Some processed foods are way healthier than others.
After spending the entire afternoon in a too-long meeting, working late to meet a same-day deadline, and squeezing in a quick yoga sesh, nothing feels more appealing than tossing a frozen pizza in the oven or nuking your kid’s leftover mac and cheese for dinner. As quick and handy as these ready-made products are, you know you should be steering clear of the sky-high sodium, oils, sugar, and calories in these convenience foods. It’s natural to even feel a little guilty about eating “processed foods”; the phrase has practically become villainized among health-conscious shoppers.
But not all processing deserves the same bad rap. Food processing exists on a spectrum: Neon-colored chips, say, fall on the “ultra-processed” side and you should aim to eat them rarely; the opposite end of the spectrum includes minimally processed foods that contain healthy nutrients and also save you precious minutes (and sanity!) in the kitchen. (Let’s be real: Not everyone has time to mix, proof, and bake their own bread.)
Here are the minimally processed foods that can support a healthy diet, according to experts.
Canned beans: These quick and easy cans give you all the health benefits of beans and pulses, without spending hours soaking and boiling them yourself. Canned goods sometimes come with a hefty dose of sodium, but you can fix that: “Draining and rinsing them can remove the salt, extra starch, and metallic flavor often found in canned beans,” says Priya Khorana, doctor of nutrition education and exercise physiologist in New York City. Buying reduced-sodium canned beans can also help.
All-natural nut butters: A blend of just nuts and salt provides an easy source of protein, monounsaturated fats, and vitamin E. Choose all-natural blends, which contain just nuts and maybe salt, and avoid nut butters with added palm oil or sugar. Be extra cautious to avoid partially hydrogenated oil in your PB, which is a source of trans fat. (And here’s why you should avoid reduced-fat peanut butter.)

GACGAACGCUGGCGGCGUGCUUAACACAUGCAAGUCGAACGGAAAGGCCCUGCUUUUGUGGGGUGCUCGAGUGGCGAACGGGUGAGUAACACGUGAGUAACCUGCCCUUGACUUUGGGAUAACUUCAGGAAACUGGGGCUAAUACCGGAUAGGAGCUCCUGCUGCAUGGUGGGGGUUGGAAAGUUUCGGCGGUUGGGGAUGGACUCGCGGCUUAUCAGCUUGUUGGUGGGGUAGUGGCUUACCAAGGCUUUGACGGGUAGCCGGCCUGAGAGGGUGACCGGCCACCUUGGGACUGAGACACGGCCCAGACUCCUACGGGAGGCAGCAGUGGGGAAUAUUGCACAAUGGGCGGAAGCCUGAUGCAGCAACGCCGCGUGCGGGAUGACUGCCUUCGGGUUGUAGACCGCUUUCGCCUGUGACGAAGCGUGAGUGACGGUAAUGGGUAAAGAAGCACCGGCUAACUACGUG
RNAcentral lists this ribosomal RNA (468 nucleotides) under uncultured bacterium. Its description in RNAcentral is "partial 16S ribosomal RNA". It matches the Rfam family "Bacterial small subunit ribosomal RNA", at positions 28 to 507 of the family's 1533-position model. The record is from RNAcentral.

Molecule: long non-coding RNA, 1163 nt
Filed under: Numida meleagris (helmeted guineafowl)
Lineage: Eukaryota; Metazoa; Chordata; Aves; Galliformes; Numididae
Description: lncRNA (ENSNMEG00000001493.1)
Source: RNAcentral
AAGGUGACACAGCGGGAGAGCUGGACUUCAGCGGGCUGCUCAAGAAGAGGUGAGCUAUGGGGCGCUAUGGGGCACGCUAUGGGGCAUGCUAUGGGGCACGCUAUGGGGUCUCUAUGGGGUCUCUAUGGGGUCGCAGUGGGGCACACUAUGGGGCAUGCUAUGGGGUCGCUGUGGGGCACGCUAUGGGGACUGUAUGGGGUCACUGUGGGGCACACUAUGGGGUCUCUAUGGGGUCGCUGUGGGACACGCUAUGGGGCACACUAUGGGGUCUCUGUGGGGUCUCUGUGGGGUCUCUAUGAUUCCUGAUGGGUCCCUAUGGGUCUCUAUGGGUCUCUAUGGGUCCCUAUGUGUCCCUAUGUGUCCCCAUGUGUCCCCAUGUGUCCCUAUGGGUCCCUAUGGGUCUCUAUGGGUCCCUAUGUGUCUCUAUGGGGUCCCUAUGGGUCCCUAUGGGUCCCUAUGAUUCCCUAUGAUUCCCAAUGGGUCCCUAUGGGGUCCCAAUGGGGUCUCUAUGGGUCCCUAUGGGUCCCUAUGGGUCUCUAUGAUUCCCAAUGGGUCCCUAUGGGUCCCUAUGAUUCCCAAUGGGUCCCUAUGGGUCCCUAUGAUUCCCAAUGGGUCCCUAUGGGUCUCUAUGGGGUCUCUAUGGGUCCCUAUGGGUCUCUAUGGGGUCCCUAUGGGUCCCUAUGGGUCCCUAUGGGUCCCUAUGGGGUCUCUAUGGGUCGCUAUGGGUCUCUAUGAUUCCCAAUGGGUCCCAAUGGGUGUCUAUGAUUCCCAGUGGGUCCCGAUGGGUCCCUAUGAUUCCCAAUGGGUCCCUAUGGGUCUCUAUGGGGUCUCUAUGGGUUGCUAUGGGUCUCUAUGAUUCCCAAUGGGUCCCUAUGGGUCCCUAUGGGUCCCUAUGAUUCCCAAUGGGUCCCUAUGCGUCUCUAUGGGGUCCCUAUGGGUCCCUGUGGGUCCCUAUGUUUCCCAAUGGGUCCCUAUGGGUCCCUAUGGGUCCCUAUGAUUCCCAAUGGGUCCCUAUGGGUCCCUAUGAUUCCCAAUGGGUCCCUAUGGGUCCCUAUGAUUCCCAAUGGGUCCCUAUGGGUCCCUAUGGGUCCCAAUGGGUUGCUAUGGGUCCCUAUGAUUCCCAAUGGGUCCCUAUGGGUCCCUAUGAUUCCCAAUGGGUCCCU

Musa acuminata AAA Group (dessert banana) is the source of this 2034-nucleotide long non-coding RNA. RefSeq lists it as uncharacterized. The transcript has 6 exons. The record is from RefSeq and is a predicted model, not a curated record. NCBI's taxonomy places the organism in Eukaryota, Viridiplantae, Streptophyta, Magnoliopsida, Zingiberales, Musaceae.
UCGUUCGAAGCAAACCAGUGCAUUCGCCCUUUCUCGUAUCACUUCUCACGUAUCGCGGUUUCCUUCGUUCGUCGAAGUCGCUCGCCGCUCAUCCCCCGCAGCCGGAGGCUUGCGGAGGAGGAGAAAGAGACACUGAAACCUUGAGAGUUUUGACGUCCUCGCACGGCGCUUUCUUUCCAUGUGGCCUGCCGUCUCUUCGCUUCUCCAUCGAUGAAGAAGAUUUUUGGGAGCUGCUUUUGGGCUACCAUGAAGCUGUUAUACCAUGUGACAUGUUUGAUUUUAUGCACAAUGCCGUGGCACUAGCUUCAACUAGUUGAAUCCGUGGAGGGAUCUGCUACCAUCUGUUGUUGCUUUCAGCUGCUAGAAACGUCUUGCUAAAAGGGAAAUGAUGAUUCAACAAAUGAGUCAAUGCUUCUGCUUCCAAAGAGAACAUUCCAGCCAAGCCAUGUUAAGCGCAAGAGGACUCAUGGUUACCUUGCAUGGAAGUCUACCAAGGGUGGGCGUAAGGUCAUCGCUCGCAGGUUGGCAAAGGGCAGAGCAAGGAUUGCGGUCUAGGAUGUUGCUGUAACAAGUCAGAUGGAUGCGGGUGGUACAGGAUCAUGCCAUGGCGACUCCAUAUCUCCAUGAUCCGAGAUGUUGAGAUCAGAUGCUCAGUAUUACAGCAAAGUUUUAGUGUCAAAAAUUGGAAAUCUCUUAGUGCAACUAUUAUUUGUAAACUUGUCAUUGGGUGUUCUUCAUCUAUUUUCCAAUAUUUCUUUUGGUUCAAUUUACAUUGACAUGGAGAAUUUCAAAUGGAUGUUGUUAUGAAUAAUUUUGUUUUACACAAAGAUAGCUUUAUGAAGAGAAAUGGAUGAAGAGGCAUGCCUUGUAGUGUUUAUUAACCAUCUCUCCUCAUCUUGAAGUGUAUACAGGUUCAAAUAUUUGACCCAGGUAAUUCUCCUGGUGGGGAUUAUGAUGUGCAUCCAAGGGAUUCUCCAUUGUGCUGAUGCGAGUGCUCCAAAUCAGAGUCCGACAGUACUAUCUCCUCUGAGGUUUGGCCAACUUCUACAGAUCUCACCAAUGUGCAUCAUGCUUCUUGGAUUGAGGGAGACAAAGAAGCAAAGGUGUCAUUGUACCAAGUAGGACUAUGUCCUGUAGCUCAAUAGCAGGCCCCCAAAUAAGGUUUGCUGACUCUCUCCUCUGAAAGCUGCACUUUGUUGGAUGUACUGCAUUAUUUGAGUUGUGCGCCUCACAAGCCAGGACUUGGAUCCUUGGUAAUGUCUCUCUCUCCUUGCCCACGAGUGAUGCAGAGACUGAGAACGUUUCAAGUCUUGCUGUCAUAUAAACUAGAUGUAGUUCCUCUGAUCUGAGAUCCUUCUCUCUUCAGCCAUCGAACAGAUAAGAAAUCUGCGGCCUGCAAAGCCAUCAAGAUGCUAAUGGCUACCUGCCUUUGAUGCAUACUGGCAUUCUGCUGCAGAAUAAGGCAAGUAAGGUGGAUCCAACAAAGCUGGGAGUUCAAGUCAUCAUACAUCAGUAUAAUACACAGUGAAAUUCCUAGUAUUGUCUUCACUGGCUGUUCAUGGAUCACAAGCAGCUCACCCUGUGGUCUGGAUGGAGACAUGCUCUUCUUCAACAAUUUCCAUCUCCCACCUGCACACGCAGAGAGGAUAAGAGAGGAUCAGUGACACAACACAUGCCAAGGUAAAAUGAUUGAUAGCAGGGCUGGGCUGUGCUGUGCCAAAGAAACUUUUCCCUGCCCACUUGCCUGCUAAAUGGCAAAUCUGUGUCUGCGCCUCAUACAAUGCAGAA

Unflavored, unsweetened yogurt: As long as you’re not buying anything that’s neon pink, plumped up with cornstarch and gelatin, and sweetened with aspartame, yogurt is a processed food you can feel good about eating. Yogurt is a prime source of protein and gut-healthy probiotics. If the tang is too much for your palate, mix in fresh fruit at home. Here are more healthy ways to enjoy yogurt.
Low-sodium canned tuna: This is an easy source of protein and omega-3s, especially if you don’t have access to fresh seafood. When possible, choose reduced-sodium varieties. Check out more great sources of omega-3 fatty acids here.
Rolled or steel-cut oats: Buy plain varieties and flavor at home with fruit and spices (like mashed banana, vanilla extract, and cinnamon). “Minimally processed steel-cut oats are an excellent source of protein, vitamins, minerals, and soluble and insoluble fiber,” says Khorana. “Choosing organic oats without added sugars are the way to go.”
Low-sodium canned tomatoes: Of all fruits and vegetables, tomatoes might be the most difficult to dice due to their soft and delicate texture. Save yourself some time and make pasta dishes with pre-diced or crushed tomatoes. Since canned tomatoes are picked at peak freshness, you may end up with more nutritional benefits than using a fresh tomato, according to the Academy of Nutrition and Dietetics.
Whole-grain bread: Some people find the process of making their own bread therapeutic and calming, but not all of us have that kind of time or patience. The degree of processing in sandwich bread also exists on a spectrum, so be picky: Look for loaves with minimal ingredients, with the first ingredient being whole wheat. The American Heart Association also recommends bread with under seven grams of sugar and 240 milligrams of sodium per serving. Here’s more on the difference between whole-wheat and multigrain bread.
Hummus: Check the ingredients before you add this chickpea spread to your cart. “Hummus is made from garbanzo beans, [tahini], olive oil, garlic, lemon juice, and sea salt,” says Sarah Mirkin, RD, owner of Kitchen Coach, which provides personalized nutrition advising. “These are the ingredients that you should find on the label.” Mirkin says to look out for vegetable and soybean oils, preservatives like sodium benzoate, or added artificial flavors. Added ingredients like black olives or roasted red pepper are A-OK.
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Heart-Check Food Certification Program nutrition requirements. Dallas, TX: American Heart Association, 2018. (Accessed on March 26, 2018 at http://www.heart.org/HEARTORG/HealthyLiving/HealthyEating/Heart-CheckMarkCertification/Heart-Check-Food-Certification-Program-Nutrition-Requirements_UCM_300914_Article.jsp#.WrkTDojwY2x.)
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What is clean eating? Infographic. Dallas, TX: American Heart Association. (Accessed on March 26, 2018 at https://healthyforgood.heart.org/eat-smart/infographics/what-is-clean-eating.)